Quality Management System (QMS) - Definition
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What is a QMS (Quality Management System)?
A quality management system consists of a number of processes aimed at efficient and accurate delivery of a value proposition to a customer, client, or end-user. The objective is to meet customer expectations and achieve satisfaction.
A Little More on What is Quality Management Systems
A Quality Management System must usually align all aspects of the delivery of the companys value proposition (including procedural aspect and strategic objectives) through its policies, operational procedures, leadership and motivational methods, resource allocation, and distribution of information. A Quality Management Process is one element of a QMS. Each process should be documented (and perhaps certified) with regard to how it contributes to the overall system of quality management. The idea of continuous improvement regards how these various processes are carried out. Examples of processes might include:
- Problem Solving
- Compliance Activities
Quality Management is generally thought to include:
- Accurate and consistent processes and outcomes in the delivery of a value proposition;
- Note: This generally employs testing and verification through statistical methods, such as random sampling.
- Resource allocation (including human capital management and output standards);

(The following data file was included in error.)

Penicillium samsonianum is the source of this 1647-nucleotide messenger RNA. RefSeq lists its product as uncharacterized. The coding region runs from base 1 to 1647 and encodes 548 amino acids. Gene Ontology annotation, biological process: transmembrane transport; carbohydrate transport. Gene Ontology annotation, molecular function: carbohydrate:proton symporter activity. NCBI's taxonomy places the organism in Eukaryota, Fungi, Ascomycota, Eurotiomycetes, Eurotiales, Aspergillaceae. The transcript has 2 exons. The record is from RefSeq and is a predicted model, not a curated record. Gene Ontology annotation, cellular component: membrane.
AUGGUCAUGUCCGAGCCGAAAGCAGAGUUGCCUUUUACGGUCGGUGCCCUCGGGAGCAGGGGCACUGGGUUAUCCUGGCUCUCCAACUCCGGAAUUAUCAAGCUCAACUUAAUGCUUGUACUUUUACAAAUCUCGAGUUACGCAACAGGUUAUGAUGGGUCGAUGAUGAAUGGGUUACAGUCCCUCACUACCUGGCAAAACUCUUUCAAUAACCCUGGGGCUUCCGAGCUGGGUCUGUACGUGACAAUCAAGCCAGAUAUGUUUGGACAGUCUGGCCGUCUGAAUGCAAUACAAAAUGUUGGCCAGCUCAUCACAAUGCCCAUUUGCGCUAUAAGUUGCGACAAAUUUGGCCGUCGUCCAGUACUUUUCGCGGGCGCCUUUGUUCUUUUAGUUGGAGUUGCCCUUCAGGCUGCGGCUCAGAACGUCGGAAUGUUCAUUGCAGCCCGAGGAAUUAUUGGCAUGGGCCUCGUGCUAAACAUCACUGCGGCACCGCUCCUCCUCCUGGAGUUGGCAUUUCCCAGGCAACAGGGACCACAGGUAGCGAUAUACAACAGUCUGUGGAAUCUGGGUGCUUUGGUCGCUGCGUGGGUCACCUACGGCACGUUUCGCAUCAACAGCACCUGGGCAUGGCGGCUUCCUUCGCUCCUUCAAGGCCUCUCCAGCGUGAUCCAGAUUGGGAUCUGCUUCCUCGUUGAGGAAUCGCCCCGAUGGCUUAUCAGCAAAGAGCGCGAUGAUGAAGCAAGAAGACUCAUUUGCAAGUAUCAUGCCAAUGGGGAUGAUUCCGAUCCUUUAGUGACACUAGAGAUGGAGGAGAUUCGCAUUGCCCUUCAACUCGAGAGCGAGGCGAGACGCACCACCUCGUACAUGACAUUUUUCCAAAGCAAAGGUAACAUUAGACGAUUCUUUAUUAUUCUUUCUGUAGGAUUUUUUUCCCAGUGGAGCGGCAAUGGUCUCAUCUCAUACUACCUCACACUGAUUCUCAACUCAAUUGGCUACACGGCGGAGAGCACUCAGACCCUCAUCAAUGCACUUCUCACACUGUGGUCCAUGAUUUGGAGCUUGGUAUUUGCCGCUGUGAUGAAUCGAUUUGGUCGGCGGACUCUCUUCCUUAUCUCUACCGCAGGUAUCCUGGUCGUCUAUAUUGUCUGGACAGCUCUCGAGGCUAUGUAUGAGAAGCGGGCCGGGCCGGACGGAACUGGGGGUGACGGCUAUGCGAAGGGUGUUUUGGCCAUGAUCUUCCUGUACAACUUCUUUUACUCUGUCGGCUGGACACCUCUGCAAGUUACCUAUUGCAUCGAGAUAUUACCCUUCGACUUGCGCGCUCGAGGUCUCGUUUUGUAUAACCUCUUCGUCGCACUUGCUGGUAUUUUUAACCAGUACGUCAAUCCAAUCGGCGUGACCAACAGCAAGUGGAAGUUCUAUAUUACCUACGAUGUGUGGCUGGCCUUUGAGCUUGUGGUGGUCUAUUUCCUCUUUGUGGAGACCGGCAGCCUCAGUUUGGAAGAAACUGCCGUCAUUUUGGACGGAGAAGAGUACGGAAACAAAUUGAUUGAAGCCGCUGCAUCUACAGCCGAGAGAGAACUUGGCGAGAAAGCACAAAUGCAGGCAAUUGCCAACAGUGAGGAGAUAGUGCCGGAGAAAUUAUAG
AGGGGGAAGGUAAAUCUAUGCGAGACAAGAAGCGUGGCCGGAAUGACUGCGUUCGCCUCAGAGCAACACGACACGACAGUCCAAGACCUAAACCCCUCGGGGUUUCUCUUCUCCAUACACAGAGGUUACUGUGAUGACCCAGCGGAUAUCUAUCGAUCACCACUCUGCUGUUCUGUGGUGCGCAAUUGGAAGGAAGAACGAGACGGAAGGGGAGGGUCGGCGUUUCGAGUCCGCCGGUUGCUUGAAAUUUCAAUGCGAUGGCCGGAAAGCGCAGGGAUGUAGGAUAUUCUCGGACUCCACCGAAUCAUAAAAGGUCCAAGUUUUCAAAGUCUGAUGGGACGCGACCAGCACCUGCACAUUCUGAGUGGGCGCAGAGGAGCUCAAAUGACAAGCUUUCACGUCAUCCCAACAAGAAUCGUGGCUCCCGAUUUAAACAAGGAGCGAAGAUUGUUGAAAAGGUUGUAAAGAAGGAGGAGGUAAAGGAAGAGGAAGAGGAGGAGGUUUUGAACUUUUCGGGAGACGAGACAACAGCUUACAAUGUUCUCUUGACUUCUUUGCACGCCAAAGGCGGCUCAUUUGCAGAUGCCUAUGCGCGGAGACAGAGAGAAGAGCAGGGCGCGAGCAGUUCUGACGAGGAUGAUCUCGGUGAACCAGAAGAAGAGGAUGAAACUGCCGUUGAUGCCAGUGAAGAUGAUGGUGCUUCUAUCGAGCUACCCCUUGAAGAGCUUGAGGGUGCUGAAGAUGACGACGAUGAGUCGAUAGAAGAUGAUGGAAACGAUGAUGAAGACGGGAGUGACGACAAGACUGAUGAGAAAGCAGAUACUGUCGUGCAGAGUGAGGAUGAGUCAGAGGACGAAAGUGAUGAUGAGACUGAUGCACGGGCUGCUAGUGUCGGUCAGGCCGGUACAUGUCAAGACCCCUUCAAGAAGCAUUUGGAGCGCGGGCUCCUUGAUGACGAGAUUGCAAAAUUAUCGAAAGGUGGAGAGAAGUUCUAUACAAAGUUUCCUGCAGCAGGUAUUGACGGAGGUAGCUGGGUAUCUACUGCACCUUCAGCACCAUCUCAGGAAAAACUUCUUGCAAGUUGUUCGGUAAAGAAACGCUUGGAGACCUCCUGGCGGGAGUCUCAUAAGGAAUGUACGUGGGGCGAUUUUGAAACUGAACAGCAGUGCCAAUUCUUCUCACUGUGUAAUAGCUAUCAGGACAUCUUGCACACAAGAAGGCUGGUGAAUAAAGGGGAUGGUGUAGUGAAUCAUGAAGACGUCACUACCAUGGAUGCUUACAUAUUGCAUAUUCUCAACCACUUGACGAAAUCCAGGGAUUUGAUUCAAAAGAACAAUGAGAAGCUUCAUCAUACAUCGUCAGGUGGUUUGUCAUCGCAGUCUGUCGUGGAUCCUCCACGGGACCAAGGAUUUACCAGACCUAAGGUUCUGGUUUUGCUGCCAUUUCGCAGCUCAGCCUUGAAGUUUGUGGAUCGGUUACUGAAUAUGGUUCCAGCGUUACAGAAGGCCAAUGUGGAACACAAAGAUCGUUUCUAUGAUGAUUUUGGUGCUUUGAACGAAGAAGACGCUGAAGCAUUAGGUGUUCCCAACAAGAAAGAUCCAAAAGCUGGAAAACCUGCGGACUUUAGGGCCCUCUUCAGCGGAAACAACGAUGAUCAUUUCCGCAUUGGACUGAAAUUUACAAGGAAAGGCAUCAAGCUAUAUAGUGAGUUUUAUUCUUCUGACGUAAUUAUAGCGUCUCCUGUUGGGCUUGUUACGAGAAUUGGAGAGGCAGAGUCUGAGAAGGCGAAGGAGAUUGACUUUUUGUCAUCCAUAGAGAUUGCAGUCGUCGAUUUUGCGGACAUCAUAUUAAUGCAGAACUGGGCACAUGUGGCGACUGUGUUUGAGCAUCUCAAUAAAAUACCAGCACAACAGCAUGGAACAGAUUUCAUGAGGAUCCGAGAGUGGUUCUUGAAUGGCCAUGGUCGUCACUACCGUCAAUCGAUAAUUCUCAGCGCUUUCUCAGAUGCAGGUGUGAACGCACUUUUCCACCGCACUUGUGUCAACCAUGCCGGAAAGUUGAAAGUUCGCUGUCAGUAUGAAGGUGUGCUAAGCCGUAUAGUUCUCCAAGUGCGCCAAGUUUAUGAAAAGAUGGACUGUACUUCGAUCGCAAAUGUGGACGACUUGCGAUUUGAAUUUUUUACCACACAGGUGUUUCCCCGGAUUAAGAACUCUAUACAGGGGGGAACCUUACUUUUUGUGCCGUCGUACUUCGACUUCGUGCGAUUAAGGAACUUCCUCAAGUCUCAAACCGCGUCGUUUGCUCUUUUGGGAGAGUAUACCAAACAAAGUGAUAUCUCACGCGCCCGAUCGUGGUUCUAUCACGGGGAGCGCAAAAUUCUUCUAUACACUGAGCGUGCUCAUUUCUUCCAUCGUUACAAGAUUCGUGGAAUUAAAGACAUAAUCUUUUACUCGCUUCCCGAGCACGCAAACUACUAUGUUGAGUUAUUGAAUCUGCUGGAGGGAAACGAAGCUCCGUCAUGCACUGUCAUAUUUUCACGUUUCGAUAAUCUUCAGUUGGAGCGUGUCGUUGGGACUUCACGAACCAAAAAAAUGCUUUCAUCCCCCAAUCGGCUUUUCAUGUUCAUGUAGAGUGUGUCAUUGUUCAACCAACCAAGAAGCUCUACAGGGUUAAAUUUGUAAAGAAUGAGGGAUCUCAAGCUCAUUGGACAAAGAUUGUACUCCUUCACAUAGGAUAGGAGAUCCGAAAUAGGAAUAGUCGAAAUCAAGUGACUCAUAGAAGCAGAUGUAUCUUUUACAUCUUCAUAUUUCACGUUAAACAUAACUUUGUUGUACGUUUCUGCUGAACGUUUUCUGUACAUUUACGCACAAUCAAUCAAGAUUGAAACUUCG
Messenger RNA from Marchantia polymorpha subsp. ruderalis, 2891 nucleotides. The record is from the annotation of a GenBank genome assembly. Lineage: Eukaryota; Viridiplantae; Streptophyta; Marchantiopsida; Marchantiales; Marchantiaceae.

- Note: Human capital management general concerns motivation, cooperation, synergies, communication, problem signaling, and continuous improvement cycles.
- Sustainability and Transparency (including repeatable process and adequate disclosure of information to company stakeholders).
The most well-known quality management system is the ISO 9000 family of quality standards. It is an international standard adopted widely in most industrial countries. The elements common to the quality standards include:
- Quality objectives
- Quality manual
- Organizational structureand responsibilities
- Data management
- Processes including purchasing
- Product quality leading tocustomer satisfaction
- Continuous improvementincludingcorrective and preventive action
- Quality instrument
- Document control
Academic Research on Quality Management System
- Implementation of aquality management system(QMS) according to the ISO 9000 family in a Greek small-sized winery: A case study, Aggelogiannopoulos, D. R. O. S. I. N. O. S., Drosinos, E. H., & Athanasopoulos, P. (2007).Food control,18(9), 1077-1085. This article reviews the ISO 9000 standards to determine the planning and implementation requirements of a quality management system (QMS) for a small winery based in Paros Island. It also examines the challenges faced when implementing this QMS, the cost elements as well as its documentation.